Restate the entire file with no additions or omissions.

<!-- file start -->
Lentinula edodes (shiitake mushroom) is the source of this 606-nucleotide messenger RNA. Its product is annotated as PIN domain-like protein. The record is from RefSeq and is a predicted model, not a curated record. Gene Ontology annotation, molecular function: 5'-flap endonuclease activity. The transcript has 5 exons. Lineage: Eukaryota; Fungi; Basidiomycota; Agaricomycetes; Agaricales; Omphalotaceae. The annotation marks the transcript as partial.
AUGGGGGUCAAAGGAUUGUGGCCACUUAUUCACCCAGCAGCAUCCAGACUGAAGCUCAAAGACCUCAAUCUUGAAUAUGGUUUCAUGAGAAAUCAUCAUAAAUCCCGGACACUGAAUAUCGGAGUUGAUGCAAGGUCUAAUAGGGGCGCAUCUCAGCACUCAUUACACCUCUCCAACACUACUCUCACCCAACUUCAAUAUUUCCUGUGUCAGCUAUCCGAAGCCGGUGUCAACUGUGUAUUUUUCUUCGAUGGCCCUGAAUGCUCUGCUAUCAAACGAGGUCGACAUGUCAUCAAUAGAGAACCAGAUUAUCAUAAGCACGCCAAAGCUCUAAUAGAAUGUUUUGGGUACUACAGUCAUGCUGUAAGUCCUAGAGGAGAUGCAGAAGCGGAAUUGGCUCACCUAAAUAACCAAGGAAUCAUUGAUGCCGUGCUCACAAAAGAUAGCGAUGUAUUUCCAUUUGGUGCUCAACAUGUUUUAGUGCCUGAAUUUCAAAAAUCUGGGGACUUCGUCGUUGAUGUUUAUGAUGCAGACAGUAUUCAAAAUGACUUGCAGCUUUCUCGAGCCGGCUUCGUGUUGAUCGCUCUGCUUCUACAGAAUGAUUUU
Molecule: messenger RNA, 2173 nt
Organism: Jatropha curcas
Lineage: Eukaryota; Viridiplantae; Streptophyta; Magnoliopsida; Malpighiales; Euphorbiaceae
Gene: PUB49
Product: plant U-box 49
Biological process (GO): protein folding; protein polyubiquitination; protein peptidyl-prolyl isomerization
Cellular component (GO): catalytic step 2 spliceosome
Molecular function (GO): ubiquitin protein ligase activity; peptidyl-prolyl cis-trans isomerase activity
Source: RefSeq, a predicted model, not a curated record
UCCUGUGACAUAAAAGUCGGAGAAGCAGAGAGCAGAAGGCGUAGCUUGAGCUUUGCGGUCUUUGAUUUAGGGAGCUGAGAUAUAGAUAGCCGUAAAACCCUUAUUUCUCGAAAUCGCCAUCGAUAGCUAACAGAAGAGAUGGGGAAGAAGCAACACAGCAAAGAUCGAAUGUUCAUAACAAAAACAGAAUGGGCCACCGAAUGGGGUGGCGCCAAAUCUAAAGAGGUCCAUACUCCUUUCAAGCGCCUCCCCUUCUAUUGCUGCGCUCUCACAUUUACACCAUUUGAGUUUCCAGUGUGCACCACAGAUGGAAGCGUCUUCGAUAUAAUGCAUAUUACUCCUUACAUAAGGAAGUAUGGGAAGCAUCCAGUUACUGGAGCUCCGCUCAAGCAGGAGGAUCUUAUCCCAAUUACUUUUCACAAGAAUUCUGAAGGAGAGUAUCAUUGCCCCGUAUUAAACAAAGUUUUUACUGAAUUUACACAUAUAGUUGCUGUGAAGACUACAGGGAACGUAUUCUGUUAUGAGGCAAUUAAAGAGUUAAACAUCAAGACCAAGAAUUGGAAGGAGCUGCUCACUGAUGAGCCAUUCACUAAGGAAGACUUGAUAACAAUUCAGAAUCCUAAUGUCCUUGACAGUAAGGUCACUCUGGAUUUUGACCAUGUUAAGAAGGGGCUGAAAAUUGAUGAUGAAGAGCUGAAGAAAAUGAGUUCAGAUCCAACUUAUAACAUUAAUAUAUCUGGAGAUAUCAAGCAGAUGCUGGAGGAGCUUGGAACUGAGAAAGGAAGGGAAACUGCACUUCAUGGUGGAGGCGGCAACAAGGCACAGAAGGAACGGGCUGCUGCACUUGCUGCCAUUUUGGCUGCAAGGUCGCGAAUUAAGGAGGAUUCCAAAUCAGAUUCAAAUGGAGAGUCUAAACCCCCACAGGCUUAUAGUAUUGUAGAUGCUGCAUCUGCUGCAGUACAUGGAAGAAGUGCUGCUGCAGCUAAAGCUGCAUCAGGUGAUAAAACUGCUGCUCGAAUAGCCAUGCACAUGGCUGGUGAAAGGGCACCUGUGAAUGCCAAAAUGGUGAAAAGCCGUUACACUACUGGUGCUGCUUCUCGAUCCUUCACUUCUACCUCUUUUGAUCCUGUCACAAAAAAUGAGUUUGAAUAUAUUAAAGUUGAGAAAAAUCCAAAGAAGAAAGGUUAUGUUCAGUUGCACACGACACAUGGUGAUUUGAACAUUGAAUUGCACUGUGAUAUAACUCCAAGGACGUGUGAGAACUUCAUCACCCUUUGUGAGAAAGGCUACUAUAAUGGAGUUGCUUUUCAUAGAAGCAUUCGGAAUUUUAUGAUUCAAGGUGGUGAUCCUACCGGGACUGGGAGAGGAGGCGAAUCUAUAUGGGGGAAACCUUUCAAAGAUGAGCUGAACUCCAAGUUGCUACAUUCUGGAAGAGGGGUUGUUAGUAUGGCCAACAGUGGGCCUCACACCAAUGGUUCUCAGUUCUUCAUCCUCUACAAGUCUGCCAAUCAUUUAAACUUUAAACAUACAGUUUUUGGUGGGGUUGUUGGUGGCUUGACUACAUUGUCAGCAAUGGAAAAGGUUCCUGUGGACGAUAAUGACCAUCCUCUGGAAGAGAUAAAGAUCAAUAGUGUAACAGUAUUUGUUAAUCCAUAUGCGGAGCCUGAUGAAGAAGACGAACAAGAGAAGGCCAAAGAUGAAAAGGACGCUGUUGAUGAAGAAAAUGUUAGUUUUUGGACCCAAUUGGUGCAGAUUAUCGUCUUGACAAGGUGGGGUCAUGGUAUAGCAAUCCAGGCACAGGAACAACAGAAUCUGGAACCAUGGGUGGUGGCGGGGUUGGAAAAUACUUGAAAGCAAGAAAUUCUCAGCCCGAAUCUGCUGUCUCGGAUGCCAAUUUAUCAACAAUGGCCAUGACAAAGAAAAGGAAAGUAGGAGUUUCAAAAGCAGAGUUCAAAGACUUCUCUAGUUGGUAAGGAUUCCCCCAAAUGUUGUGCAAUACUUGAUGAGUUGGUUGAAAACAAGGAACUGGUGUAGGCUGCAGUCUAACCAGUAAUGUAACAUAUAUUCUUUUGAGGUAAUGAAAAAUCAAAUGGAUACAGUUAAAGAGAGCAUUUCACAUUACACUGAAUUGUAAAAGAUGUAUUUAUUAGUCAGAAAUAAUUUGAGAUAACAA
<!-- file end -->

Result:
Lentinula edodes (shiitake mushroom) is the source of this 606-nucleotide messenger RNA. Its product is annotated as PIN domain-like protein. The record is from RefSeq and is a predicted model, not a curated record. Gene Ontology annotation, molecular function: 5'-flap endonuclease activity. The transcript has 5 exons. Lineage: Eukaryota; Fungi; Basidiomycota; Agaricomycetes; Agaricales; Omphalotaceae. The annotation marks the transcript as partial.
AUGGGGGUCAAAGGAUUGUGGCCACUUAUUCACCCAGCAGCAUCCAGACUGAAGCUCAAAGACCUCAAUCUUGAAUAUGGUUUCAUGAGAAAUCAUCAUAAAUCCCGGACACUGAAUAUCGGAGUUGAUGCAAGGUCUAAUAGGGGCGCAUCUCAGCACUCAUUACACCUCUCCAACACUACUCUCACCCAACUUCAAUAUUUCCUGUGUCAGCUAUCCGAAGCCGGUGUCAACUGUGUAUUUUUCUUCGAUGGCCCUGAAUGCUCUGCUAUCAAACGAGGUCGACAUGUCAUCAAUAGAGAACCAGAUUAUCAUAAGCACGCCAAAGCUCUAAUAGAAUGUUUUGGGUACUACAGUCAUGCUGUAAGUCCUAGAGGAGAUGCAGAAGCGGAAUUGGCUCACCUAAAUAACCAAGGAAUCAUUGAUGCCGUGCUCACAAAAGAUAGCGAUGUAUUUCCAUUUGGUGCUCAACAUGUUUUAGUGCCUGAAUUUCAAAAAUCUGGGGACUUCGUCGUUGAUGUUUAUGAUGCAGACAGUAUUCAAAAUGACUUGCAGCUUUCUCGAGCCGGCUUCGUGUUGAUCGCUCUGCUUCUACAGAAUGAUUUU
Molecule: messenger RNA, 2173 nt
Organism: Jatropha curcas
Lineage: Eukaryota; Viridiplantae; Streptophyta; Magnoliopsida; Malpighiales; Euphorbiaceae
Gene: PUB49
Product: plant U-box 49
Biological process (GO): protein folding; protein polyubiquitination; protein peptidyl-prolyl isomerization
Cellular component (GO): catalytic step 2 spliceosome
Molecular function (GO): ubiquitin protein ligase activity; peptidyl-prolyl cis-trans isomerase activity
Source: RefSeq, a predicted model, not a curated record
UCCUGUGACAUAAAAGUCGGAGAAGCAGAGAGCAGAAGGCGUAGCUUGAGCUUUGCGGUCUUUGAUUUAGGGAGCUGAGAUAUAGAUAGCCGUAAAACCCUUAUUUCUCGAAAUCGCCAUCGAUAGCUAACAGAAGAGAUGGGGAAGAAGCAACACAGCAAAGAUCGAAUGUUCAUAACAAAAACAGAAUGGGCCACCGAAUGGGGUGGCGCCAAAUCUAAAGAGGUCCAUACUCCUUUCAAGCGCCUCCCCUUCUAUUGCUGCGCUCUCACAUUUACACCAUUUGAGUUUCCAGUGUGCACCACAGAUGGAAGCGUCUUCGAUAUAAUGCAUAUUACUCCUUACAUAAGGAAGUAUGGGAAGCAUCCAGUUACUGGAGCUCCGCUCAAGCAGGAGGAUCUUAUCCCAAUUACUUUUCACAAGAAUUCUGAAGGAGAGUAUCAUUGCCCCGUAUUAAACAAAGUUUUUACUGAAUUUACACAUAUAGUUGCUGUGAAGACUACAGGGAACGUAUUCUGUUAUGAGGCAAUUAAAGAGUUAAACAUCAAGACCAAGAAUUGGAAGGAGCUGCUCACUGAUGAGCCAUUCACUAAGGAAGACUUGAUAACAAUUCAGAAUCCUAAUGUCCUUGACAGUAAGGUCACUCUGGAUUUUGACCAUGUUAAGAAGGGGCUGAAAAUUGAUGAUGAAGAGCUGAAGAAAAUGAGUUCAGAUCCAACUUAUAACAUUAAUAUAUCUGGAGAUAUCAAGCAGAUGCUGGAGGAGCUUGGAACUGAGAAAGGAAGGGAAACUGCACUUCAUGGUGGAGGCGGCAACAAGGCACAGAAGGAACGGGCUGCUGCACUUGCUGCCAUUUUGGCUGCAAGGUCGCGAAUUAAGGAGGAUUCCAAAUCAGAUUCAAAUGGAGAGUCUAAACCCCCACAGGCUUAUAGUAUUGUAGAUGCUGCAUCUGCUGCAGUACAUGGAAGAAGUGCUGCUGCAGCUAAAGCUGCAUCAGGUGAUAAAACUGCUGCUCGAAUAGCCAUGCACAUGGCUGGUGAAAGGGCACCUGUGAAUGCCAAAAUGGUGAAAAGCCGUUACACUACUGGUGCUGCUUCUCGAUCCUUCACUUCUACCUCUUUUGAUCCUGUCACAAAAAAUGAGUUUGAAUAUAUUAAAGUUGAGAAAAAUCCAAAGAAGAAAGGUUAUGUUCAGUUGCACACGACACAUGGUGAUUUGAACAUUGAAUUGCACUGUGAUAUAACUCCAAGGACGUGUGAGAACUUCAUCACCCUUUGUGAGAAAGGCUACUAUAAUGGAGUUGCUUUUCAUAGAAGCAUUCGGAAUUUUAUGAUUCAAGGUGGUGAUCCUACCGGGACUGGGAGAGGAGGCGAAUCUAUAUGGGGGAAACCUUUCAAAGAUGAGCUGAACUCCAAGUUGCUACAUUCUGGAAGAGGGGUUGUUAGUAUGGCCAACAGUGGGCCUCACACCAAUGGUUCUCAGUUCUUCAUCCUCUACAAGUCUGCCAAUCAUUUAAACUUUAAACAUACAGUUUUUGGUGGGGUUGUUGGUGGCUUGACUACAUUGUCAGCAAUGGAAAAGGUUCCUGUGGACGAUAAUGACCAUCCUCUGGAAGAGAUAAAGAUCAAUAGUGUAACAGUAUUUGUUAAUCCAUAUGCGGAGCCUGAUGAAGAAGACGAACAAGAGAAGGCCAAAGAUGAAAAGGACGCUGUUGAUGAAGAAAAUGUUAGUUUUUGGACCCAAUUGGUGCAGAUUAUCGUCUUGACAAGGUGGGGUCAUGGUAUAGCAAUCCAGGCACAGGAACAACAGAAUCUGGAACCAUGGGUGGUGGCGGGGUUGGAAAAUACUUGAAAGCAAGAAAUUCUCAGCCCGAAUCUGCUGUCUCGGAUGCCAAUUUAUCAACAAUGGCCAUGACAAAGAAAAGGAAAGUAGGAGUUUCAAAAGCAGAGUUCAAAGACUUCUCUAGUUGGUAAGGAUUCCCCCAAAUGUUGUGCAAUACUUGAUGAGUUGGUUGAAAACAAGGAACUGGUGUAGGCUGCAGUCUAACCAGUAAUGUAACAUAUAUUCUUUUGAGGUAAUGAAAAAUCAAAUGGAUACAGUUAAAGAGAGCAUUUCACAUUACACUGAAUUGUAAAAGAUGUAUUUAUUAGUCAGAAAUAAUUUGAGAUAACAA